• Wanted to find out:How do they use the app? Quite correctly\nDo they understand the product? Yes\nEmotions? Very excited\nDid they saw value? Huge\nNot what we expected: problem statement\nNobody thinks they don’t know much\n\n
  • They get excited they really want to share all their ideas\nAfter that they’re not so interested in testing the product\nWant to show everything they have in phones and how they use it\nKey people love your product, they market it to networks\nMany funny facts: dog is like a house in the hamptons, 5000 USD etc\n
  • I’d like to wrap up with my most fav quote.\nI do always try to design for the vision, \nAnd sometimes hard to kill a lot of things\nFor minimum viable product\nBut very useful to test core value of product\nIf you know what will work you can always build more, but start with less\n
  • I hope my talk gave you some useful thoughts.\nI am SO excited about this subject and can’t wait to learn more about it.\n\n
  • Transcript

    • 1. Early Stage User Testing:Verifying youre building something people want Liis Peetermann lpeetermann@gmail.com
    • 2. Figure out what matters and get rid of everything else. J. Knowles
    • 3. Early stage user testing: Test your ideas / hypothesis. Fix bugs, important UI issues. Find new solutions. Create a new product?
    • 4. Prototyping is: Simple and quick. Great for testing a concept or process.Should give you a better understanding about your ideas / hypothesis.
    • 5. Different types: Wireframes Paper protoypes Visual protoypesInteractive prototypes
    • 6. And different tools:Mockflow, Mockingbird, Balsamiq, Omnigraffle etc Paper, pencil, post-its Photoshop, Keynote, Powerpoint Invisionapp, Axure, iRise + For different devices (E.g Sensa touch) Etc.
    • 7. A/B testing Traffic 50% 50% Version A Version B20% conversion rate 25% conversion rate
    • 8. A/B testing is: Used to gain insight into visitor behavior. To increase conversion rate.Two version (A/B) + a metric to define success = results
    • 9. What to test: Landing page headline Images on website Different layout versions Navigation Call-to-actionEtc. + One really good article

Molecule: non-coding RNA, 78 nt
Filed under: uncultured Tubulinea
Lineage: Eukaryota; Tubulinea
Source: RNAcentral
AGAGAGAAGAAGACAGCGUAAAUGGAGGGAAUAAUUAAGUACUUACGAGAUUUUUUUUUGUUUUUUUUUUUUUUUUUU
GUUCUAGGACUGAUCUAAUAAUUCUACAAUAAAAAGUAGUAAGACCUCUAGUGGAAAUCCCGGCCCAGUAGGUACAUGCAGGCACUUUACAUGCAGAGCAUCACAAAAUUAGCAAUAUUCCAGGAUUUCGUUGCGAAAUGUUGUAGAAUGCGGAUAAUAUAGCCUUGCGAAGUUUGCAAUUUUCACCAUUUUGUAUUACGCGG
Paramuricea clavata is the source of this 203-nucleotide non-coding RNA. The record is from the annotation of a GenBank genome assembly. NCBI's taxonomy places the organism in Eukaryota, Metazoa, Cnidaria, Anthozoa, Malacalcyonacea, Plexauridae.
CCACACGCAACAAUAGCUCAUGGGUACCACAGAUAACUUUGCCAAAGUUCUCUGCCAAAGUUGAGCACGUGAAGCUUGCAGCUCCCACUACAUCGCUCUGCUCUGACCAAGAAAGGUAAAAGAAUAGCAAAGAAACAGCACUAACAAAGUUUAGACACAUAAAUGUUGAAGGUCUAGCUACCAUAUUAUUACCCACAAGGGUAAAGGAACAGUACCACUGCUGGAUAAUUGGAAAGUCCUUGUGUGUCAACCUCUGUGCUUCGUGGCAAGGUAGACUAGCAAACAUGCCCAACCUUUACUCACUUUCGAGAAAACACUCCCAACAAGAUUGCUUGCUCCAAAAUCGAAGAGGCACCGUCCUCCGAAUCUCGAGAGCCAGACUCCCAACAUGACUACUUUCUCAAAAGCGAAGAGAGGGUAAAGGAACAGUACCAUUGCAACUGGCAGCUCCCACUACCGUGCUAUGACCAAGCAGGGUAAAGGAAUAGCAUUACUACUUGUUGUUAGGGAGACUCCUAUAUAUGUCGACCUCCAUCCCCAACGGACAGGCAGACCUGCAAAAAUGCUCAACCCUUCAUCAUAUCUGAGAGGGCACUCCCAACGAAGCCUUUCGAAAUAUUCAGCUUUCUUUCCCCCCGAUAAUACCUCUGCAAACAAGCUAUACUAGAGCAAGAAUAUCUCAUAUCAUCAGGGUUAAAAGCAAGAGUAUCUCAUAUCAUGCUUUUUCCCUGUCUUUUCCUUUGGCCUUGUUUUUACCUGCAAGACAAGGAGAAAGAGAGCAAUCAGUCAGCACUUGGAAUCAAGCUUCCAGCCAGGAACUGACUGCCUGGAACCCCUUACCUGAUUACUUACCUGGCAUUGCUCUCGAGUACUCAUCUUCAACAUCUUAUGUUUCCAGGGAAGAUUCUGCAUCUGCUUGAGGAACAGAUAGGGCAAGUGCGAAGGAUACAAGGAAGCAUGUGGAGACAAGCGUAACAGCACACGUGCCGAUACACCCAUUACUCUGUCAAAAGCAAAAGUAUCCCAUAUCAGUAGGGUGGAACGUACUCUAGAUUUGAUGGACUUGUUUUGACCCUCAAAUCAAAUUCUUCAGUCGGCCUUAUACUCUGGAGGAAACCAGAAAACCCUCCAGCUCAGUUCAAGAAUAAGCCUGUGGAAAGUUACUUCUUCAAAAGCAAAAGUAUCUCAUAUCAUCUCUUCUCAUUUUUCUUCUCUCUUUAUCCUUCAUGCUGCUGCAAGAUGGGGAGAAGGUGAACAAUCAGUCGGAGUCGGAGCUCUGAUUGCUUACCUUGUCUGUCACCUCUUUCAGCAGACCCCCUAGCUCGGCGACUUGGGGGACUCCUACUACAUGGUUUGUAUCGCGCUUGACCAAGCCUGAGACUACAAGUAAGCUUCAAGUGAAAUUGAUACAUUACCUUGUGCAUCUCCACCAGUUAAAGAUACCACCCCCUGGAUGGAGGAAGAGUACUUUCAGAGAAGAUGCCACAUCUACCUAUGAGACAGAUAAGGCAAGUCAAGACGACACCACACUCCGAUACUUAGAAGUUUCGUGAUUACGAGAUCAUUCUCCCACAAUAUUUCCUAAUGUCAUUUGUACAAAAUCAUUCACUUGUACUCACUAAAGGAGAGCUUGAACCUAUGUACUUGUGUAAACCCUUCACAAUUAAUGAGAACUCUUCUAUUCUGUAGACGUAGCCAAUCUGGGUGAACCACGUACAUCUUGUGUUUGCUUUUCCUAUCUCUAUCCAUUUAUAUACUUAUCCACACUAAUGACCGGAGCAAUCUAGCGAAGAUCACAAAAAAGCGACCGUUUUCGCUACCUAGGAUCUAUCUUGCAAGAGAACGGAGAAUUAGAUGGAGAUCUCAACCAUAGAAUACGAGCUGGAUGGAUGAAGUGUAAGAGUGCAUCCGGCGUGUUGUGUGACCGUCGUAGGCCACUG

• 10. Tools:Google Website OptimizerVisual Website Optimizer Optimizely Etc.
    • 11. Change in headline:25.3% Conversion rate 47.8% Conversion rate
    • 12. Red marking the discount:12.5% Conversion rate 31.0% Conversion rate
    • 13. Layout change, removing sign-up fields: Baseline 60% Conversion rate
    • 14. Where to start?MVPMinimum Viable Product
    • 15. Who are your users? How and where to reach them? What do I want to know/test? Show your product, mocks, sketches. Let the user talk and play. Notice everything they don’t say. Use the device that it’s designed for.If possible, use the situation it’s designed for.
    • 16. What you might want to know about the product: Does my UI make sense. How will the users go through this step.What are their reactions to this specific part. Will they understand what my product is. Will they use it the way it is designed for. Which concept/layout works better.
    • 17. What you might want to know about the user: Do they use any similar products. If yes, what. If no, why.How do they usually manage their stuff that your product is built for. What’s their lifestyle, which devices they use. How often.
    • 18. Not so good way to guide users: “This button takes you to home page.”“See, here you can buy a product, click here to buy.” “This is only a small part of it, imagine it would do also 100 other things.” “Do you like it?” “Do you share things on Facebook?”
    • 19. Much better way to guide users: “What do you see on this screen?”“What do you think will happen if you click on this icon you just mentioned.” “Is this what you expected to happen?” “How does it make you feel?” “How do you usually share?”
    • 20. ... and the resultsDesigners etc. can give you relevant feedback about your UI, don’t expect it from a random user. Know who and what to listen. Make your choices and make them work. Mock and test. Mock and test again. Or don’t.
    • 21. In New York:Who to meet from my existing network. What can I learn from them?Who to meet from our target audience. Goals. Places. Actionplan.
    • 22. Our goals:Will they use our app the way we expected. Do they understand what the product is. What are their emotions. Will they see the value where we thought they would.
    • 23. What we learned:If the users get excited they want to share all their ideas. They open up everything - notebooks, text messages, photos etc. Perfect way to get insights you won’t get anywhere else.Find key people, users with great networks.
    • 24. You should always design for the vision. P. Espiritu
    • 25. Thank you! Liis Peetermann lpeetermann@gmail.com